A man 6 feet in height will look "tall" when surrounded by others of average height, and "short" among a group of professional basketball players. This is an example of
a.
inverted vision.
b.
active movement.
c.
adaptation level.
d.
context.
 

 19. 

The tendency to fill in gaps in the perception of a figure is called
a.
sensory completion.
b.
closure.
c.
figure-ground.
d.
continuation.
 

 20. 

Twenty extremely accurate clocks are locked in two bank vaults (ten in each). A subject who claims to have paranormal powers concentrates on the clocks in one of the vaults, attempting to make them run faster. If she succeeds, she will have demonstrated
a.
clairvoyance.
b.
telepathy.
c.
mesmerism.
d.
psychokinesis.
 

 21. 

A 70-year-old man defines middle age as 50 years of age. A 10-year-old child defines middle age as 35 years of age. Their estimates differ because of
a.
selective attention.
b.
perceptual constancy.
c.
perceptual defense.
d.
their frame of reference.
 

 22. 

The organizational principle demonstrated by the stimuli below is known as

XOXOX
XOXOX
XOXOX
XOXOX
XOXOX
a.
continuity.
b.
figure-ground.
c.
similarity.
d.
nearness.
 

 23. 

The text's illustration of the police officer's faulty "eyewitness" identification is an example of
a.
the fact that perceptions are often reconstructions of events.
b.
the low degree of accuracy of human psi phenomena.
c.
perceptual closure operating in a real life situation.
d.
an "innocence of vision" in stressful situations.
 

 24. 

You observe two cars of identical make and model. Although one roars away and its image on your retina is changed, you still perceive the cars as identical. This phenomenon is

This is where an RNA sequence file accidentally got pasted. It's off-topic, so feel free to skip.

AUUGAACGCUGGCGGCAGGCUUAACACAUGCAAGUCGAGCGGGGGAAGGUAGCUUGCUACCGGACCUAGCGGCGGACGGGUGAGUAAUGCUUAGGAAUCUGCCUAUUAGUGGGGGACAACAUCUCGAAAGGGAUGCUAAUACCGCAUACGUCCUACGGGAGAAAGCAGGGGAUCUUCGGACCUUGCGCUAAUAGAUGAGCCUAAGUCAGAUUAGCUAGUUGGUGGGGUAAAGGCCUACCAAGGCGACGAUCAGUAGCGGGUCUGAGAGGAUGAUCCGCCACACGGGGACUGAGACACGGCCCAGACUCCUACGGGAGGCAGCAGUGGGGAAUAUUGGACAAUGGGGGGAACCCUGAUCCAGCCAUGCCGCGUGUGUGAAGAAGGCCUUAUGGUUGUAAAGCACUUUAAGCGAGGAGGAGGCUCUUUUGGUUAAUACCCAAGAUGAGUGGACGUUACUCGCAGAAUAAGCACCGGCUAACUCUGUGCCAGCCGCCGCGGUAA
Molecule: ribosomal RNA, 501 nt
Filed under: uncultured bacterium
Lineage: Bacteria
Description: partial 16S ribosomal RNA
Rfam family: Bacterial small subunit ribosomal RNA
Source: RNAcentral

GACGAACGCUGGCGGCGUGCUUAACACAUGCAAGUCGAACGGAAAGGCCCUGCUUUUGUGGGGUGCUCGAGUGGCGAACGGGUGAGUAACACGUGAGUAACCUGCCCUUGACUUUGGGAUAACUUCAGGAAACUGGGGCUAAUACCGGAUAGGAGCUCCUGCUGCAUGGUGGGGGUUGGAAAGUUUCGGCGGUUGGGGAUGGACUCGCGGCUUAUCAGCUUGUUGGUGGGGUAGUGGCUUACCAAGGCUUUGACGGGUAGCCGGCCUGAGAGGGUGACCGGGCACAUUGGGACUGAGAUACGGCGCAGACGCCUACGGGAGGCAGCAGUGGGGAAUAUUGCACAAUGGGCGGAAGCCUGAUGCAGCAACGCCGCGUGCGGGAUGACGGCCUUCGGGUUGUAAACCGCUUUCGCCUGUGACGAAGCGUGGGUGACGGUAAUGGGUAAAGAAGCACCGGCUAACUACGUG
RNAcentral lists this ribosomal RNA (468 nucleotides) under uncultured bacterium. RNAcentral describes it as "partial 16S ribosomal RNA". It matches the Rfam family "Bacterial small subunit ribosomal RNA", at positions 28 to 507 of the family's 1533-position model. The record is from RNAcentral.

a.
size constancy.
b.
shape constancy.
c.
concept constancy.
d.
form constancy.
 

 25. 

Attention is aroused by
a.
subtle differences in stimuli.
b.
bright stimuli.
c.
contrast or change in stimulation.
d.
subliminal stimuli.
 

 26. 

Decreased perceptual response to a repeated stimulus is called
a.
habituation.
b.
selective attention.
c.
divided attention.
d.
hallucination.
 

 27. 

Interposition is the pictorial depth cue more commonly known as
a.
relative motion.
b.
overlap.
c.
linear perspective.
d.
motion parallax.
 

 28. 

The most convincing evidence that depth perception is native to humans (and possibly other species) is its
a.
importance in adaptive activity.
b.
early emergence as a perceptual skill.
c.
integration with motor skills.
d.
reliance on monocular and binocular cues.
 

 29. 

Improved research techniques in parapsychology have resulted in
a.
the ability to repeat spectacular results.
b.
more positive results.
c.
less skepticism among scientists.
d.
fewer positive results.
 

 30. 

Research evidence has shown that the presence of a weapon
a.
increases the accuracy of the account.
b.
reduces the ambiguity of the interpretation of the situation.
c.
impairs an eyewitness's accuracy of a description of a suspect.
d.
allows an eyewitness to remember the event longer.
 

 31. 

The purported ability to perceive events at a distance or through physical barriers is termed
a.
clairvoyance.
b.
telepathy.
c.
precognition.
d.
psychokinesis.
 

 32. 

A cheetah scrambling up a rocky slope in Montana is likely to be perceived as a mountain lion because
a.
perception is guided by expectations.
b.
figure and ground have been confused.
c.
contiguity is a powerful influence on perception.
d.
the setting provides an ideal camouflage.
 

 33. 

A white shirt reflects more light outdoors than in a dimly lit room; however, it is seen as being equally bright in both places. This demonstrates the role of __________ in perception.
a.
brightness constancy
b.
lightness constancy
c.
brightness parallax
d.
visual system limitations
 

 34. 

The most basic source of normal depth perception and stereoscopic vision is
a.
accommodation.
b.
convergence.
c.
retinal disparity.
d.
linear perspective.
 

 35. 

__________ processing is like putting together a picture puzzle you've never seen before.
a.
Bottom-up
b.
Top-down
c.
Left-right
d.
Selective
 

 36.